I have $500 I want to invest. I know it's not much, but where can I begin? -Curtis, 37
You're in luck. There are plenty of places to start investing with as little as $500. Even far less.
Numerous investing apps and robo-advisors will put your money in the stock market starting with just $5. You even have enough money to open a brokerage account with some firms.
But with all these options, it's hard to know where to start.
First, make sure your finances are in good shape before taking on investment risk. Build an emergency fund and keep any money you might need within five years out of the market, said Rachel Rabinovich, a CFP at Society of Grownups.
But investing in stocks is a good way to grow your money for a longer-term goal because you'll have time to recover from dips in the market.
"You need to be OK with losing the money you invest, at least in the short-term," Rabinovich said.
If you do feel comfortable putting a some money in the stock market, here's how to decide what investing platform is best for you.
If you'd like some investment help
With some robo-advisor platforms, you can invest a small amount of money in a portfolio that considers some of your preferences, like how much risk you're comfortable taking on. It's usually based on a questionnaire.
A portfolio will give you more diversification than investing in a single stock. Plus, it could include low-cost index funds or exchange traded funds (ETFs) that you might not have access to otherwise. Many require minimum initial investments when buying on your own.
"It's nice to have something set up a portfolio for you. That's what we do as managers, so you're getting that service a little bit on the cheap with a robo-platform," said CFP Andrew McFadden, the founder of Panoramic Financial Advice.
Sometimes you're charged a fee based on the amount of money in your account. Betterment and Wealthfront, for example, both charge a 0.25% account fee. That amounts to $1.25 a year on $500.
Stash and Acorns charge a monthly fee of $1 a month, which can be a relatively high percentage for someone investing just $500.
These two apps offer something a little different. Stash allows you to choose a selection of stocks and ETFs that are focused on different themes, like technology or clean energy. Acorns connects to your credit card and rounds up your purchases to invest the spare change, as well as lets you set up bigger recurring or one-time investments.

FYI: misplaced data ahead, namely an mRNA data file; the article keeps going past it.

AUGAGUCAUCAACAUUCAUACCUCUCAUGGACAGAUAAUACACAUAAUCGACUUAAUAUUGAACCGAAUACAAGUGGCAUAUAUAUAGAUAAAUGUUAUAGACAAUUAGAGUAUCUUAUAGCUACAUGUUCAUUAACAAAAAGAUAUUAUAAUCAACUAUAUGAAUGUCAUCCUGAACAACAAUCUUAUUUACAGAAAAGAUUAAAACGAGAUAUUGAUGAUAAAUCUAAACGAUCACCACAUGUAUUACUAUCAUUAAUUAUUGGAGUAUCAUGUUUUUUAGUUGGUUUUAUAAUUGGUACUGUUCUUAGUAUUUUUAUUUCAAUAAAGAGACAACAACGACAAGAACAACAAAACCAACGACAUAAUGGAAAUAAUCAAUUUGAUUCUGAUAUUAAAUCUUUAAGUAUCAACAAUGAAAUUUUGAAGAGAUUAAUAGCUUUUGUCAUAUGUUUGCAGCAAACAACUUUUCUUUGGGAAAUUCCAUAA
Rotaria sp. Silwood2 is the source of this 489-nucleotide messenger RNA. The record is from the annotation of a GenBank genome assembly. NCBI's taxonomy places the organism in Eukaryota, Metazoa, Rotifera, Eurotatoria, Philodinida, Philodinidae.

Both Stash and Acorns require just $5 to start investing.
If you want to do it yourself
There are a handful of brokerage firms out there that allow you to open an account with $500 or less. They probably won't charge an account fee like a robo-advisor because you'll be picking your investments yourself, but there are usually commission fees ranging between $4 and $7 per trade.
But while you might be allowed to open an account with just $500, each fund has its own minimum and you might not have enough money to invest in what you want.
If you have more money to invest, you can get access to even lower-cost index funds and ETF options.
If you just want to pick a few stocks
Investing in a few single stocks is more risky than investing in an index fund or ETF, which spread out the risk.
But it may not be such a bad idea if you're investing a small amount of money. It could be a good learning experience to help you understand what makes the stock price move, McFadden said.
In that case, he suggests buying three to five stocks in companies that you're interested in.
Once your investments grow to about $10,000, it's time to set a new strategy or decide you want a professional - robo or human - to help.
An app called Robinhood allows you to invest in single stocks without paying any trading fees. There is no account minimum, but you have to have enough money to buy a full share of individual stocks or ETFs. You cannot buy fractional shares.
The app also allows you to invest in stock options and cryptocurrencies, but Rabinovich doesn't recommend buying those more complicated investments as a beginner.